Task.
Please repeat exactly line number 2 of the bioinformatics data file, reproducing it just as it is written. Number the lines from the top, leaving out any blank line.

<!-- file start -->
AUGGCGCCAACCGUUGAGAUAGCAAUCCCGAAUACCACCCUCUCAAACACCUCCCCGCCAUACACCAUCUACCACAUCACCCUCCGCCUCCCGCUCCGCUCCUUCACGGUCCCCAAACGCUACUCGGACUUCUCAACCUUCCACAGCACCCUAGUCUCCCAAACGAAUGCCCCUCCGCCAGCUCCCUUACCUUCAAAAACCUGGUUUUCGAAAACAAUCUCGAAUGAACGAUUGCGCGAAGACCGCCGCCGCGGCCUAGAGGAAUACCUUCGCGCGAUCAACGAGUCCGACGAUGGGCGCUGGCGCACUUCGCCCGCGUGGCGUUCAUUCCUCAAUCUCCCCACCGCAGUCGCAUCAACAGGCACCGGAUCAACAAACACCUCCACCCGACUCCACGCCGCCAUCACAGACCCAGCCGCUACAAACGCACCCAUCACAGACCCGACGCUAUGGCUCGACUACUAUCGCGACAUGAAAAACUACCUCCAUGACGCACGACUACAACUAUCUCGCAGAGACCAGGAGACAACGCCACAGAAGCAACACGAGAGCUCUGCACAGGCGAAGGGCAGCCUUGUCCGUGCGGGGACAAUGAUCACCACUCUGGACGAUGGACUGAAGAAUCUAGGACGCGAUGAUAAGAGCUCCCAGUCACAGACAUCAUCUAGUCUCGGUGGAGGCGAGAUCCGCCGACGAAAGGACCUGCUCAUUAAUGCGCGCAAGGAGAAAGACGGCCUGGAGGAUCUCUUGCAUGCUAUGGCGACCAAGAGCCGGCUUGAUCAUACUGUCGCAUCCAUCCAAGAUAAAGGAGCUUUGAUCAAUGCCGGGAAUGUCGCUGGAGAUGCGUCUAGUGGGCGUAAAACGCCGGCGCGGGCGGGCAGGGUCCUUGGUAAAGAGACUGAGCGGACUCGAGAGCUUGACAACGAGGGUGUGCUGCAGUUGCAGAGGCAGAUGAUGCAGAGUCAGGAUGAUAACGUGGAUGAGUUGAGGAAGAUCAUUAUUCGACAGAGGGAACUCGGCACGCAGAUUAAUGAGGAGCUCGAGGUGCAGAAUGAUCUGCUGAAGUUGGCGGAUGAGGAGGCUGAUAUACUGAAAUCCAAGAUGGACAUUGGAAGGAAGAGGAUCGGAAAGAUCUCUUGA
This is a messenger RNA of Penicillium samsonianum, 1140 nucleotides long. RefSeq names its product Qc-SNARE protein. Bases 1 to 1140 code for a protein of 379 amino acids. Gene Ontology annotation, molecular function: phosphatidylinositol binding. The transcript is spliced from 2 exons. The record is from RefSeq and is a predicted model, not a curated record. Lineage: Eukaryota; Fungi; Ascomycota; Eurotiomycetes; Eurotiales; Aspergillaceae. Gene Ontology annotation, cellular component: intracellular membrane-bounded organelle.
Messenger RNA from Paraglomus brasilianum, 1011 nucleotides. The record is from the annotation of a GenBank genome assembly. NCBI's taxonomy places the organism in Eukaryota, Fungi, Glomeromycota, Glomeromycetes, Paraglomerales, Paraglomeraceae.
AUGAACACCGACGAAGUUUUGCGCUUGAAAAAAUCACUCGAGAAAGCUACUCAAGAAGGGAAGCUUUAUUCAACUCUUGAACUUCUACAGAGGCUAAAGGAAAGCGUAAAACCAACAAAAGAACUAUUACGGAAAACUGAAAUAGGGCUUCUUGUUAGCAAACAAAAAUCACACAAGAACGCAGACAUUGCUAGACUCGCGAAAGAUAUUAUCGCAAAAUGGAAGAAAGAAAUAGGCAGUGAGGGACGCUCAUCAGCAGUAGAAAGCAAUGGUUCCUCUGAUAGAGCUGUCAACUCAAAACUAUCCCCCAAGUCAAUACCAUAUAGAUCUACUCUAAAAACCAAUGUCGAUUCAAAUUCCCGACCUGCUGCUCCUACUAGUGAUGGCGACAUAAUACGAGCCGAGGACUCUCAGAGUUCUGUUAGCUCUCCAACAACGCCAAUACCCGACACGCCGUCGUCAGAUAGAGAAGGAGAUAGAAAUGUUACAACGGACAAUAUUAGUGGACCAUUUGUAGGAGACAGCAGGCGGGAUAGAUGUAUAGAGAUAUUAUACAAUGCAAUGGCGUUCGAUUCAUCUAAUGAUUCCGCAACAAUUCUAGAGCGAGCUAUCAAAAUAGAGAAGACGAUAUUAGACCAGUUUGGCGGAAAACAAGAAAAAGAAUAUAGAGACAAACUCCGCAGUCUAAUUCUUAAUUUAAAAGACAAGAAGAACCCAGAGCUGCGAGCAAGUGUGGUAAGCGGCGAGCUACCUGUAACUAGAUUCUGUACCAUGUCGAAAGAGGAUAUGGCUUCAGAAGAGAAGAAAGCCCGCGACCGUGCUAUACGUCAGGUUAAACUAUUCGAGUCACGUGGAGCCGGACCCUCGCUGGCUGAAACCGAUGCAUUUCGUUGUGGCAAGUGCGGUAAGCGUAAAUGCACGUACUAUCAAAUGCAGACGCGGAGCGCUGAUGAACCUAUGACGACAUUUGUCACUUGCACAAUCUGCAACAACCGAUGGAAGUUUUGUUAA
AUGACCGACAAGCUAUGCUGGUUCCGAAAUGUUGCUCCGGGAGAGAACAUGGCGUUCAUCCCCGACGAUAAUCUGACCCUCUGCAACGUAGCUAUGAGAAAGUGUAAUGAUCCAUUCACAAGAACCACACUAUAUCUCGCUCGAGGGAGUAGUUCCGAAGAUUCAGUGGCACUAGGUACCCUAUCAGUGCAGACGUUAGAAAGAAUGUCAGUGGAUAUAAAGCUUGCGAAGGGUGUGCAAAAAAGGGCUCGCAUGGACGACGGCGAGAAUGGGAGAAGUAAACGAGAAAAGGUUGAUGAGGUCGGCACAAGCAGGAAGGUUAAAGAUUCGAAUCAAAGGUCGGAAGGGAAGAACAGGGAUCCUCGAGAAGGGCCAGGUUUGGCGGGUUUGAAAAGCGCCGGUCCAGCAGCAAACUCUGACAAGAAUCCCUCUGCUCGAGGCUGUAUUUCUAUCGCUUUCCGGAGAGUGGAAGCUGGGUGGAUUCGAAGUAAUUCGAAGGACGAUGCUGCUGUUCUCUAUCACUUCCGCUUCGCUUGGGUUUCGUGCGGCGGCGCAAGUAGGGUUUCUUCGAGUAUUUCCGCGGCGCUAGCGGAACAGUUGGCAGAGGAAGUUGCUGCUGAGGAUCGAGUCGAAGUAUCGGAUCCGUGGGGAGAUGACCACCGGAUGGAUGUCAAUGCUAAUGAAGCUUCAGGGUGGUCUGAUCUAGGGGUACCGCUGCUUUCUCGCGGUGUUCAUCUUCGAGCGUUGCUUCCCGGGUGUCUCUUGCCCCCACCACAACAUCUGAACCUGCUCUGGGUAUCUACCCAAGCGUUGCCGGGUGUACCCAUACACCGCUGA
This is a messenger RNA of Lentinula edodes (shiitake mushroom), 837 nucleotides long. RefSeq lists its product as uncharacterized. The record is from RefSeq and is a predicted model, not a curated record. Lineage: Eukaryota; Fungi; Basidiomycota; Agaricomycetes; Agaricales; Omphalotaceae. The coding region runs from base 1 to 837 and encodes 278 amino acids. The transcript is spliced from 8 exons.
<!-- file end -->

This is a messenger RNA of Penicillium samsonianum, 1140 nucleotides long. RefSeq names its product Qc-SNARE protein. Bases 1 to 1140 code for a protein of 379 amino acids. Gene Ontology annotation, molecular function: phosphatidylinositol binding. The transcript is spliced from 2 exons. The record is from RefSeq and is a predicted model, not a curated record. Lineage: Eukaryota; Fungi; Ascomycota; Eurotiomycetes; Eurotiales; Aspergillaceae. Gene Ontology annotation, cellular component: intracellular membrane-bounded organelle.